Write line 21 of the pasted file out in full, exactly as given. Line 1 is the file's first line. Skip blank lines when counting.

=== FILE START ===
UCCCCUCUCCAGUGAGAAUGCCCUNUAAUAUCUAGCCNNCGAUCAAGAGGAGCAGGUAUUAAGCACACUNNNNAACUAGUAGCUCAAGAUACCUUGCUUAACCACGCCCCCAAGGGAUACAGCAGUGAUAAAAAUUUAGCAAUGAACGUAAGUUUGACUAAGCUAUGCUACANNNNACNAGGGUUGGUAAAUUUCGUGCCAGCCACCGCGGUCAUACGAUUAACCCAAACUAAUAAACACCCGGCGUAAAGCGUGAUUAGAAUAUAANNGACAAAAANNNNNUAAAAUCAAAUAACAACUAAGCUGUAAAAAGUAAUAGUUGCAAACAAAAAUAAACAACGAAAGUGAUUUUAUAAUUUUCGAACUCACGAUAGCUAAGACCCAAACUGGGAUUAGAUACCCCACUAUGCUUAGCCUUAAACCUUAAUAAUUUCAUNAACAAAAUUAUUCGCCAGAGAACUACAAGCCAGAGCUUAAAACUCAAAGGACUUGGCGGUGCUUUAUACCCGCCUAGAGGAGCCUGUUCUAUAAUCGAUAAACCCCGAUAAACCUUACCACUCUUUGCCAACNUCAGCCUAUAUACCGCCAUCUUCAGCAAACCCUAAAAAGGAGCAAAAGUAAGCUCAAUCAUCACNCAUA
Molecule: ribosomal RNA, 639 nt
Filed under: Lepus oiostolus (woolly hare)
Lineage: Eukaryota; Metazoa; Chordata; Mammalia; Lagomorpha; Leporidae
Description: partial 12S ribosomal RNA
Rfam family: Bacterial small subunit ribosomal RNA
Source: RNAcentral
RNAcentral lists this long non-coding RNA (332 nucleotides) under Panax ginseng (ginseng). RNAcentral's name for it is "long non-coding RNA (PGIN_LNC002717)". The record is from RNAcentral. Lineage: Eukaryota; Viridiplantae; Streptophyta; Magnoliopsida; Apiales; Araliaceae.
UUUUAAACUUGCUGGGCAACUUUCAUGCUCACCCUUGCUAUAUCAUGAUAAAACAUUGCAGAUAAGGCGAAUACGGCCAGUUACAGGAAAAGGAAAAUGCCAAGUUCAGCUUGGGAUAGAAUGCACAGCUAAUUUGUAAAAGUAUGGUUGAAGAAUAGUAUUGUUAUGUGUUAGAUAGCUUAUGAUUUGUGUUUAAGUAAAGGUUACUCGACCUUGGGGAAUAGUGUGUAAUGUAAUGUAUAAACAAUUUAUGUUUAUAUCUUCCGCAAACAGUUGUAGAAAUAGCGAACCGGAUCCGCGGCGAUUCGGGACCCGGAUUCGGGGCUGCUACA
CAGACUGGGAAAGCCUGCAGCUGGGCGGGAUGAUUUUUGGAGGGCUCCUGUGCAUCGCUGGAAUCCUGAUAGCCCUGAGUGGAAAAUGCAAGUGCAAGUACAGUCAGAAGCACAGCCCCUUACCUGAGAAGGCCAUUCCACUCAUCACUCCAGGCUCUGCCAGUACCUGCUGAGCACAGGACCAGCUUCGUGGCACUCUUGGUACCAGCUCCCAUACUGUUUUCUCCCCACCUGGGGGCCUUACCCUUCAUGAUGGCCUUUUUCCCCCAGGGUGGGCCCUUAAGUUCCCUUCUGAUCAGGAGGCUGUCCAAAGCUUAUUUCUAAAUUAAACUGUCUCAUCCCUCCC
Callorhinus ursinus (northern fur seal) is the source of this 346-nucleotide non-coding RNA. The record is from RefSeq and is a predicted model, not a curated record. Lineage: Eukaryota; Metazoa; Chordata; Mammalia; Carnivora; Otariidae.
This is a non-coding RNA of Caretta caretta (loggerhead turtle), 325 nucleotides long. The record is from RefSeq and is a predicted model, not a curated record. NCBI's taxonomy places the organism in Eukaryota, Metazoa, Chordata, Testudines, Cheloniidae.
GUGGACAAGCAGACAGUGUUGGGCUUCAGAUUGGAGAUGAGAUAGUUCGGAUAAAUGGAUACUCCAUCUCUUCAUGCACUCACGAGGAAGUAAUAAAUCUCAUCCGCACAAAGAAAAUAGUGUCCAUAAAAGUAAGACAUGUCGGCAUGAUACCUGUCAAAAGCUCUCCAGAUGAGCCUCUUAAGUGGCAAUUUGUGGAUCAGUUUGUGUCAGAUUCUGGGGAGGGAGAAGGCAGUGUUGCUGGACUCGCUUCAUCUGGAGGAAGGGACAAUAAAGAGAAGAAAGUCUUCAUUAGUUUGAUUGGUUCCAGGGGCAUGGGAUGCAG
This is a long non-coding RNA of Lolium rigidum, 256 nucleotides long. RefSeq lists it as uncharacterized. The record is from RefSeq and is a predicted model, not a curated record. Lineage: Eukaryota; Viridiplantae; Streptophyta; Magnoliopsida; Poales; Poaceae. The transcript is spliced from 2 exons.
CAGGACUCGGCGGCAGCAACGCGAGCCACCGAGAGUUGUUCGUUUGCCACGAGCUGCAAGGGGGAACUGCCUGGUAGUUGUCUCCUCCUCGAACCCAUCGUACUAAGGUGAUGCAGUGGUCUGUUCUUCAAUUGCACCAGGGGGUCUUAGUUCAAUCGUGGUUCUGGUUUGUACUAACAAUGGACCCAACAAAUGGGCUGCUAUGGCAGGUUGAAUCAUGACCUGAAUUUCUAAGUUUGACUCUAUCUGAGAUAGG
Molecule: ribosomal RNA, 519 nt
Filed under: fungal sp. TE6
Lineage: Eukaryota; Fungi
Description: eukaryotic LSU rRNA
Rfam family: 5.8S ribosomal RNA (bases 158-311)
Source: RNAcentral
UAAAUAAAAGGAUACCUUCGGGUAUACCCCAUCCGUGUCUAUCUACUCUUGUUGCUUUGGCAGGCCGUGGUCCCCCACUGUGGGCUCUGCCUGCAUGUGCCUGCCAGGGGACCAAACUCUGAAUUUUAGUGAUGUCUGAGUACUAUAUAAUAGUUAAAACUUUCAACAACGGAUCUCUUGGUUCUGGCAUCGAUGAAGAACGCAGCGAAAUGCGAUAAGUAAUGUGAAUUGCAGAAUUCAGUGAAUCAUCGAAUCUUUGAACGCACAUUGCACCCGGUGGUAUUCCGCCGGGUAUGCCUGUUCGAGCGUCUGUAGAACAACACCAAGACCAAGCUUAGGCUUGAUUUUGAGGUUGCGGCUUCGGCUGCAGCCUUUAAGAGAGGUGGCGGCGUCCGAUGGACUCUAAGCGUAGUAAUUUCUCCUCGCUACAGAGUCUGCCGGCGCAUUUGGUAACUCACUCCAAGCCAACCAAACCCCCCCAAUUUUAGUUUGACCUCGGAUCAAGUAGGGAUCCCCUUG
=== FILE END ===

Source: RNAcentral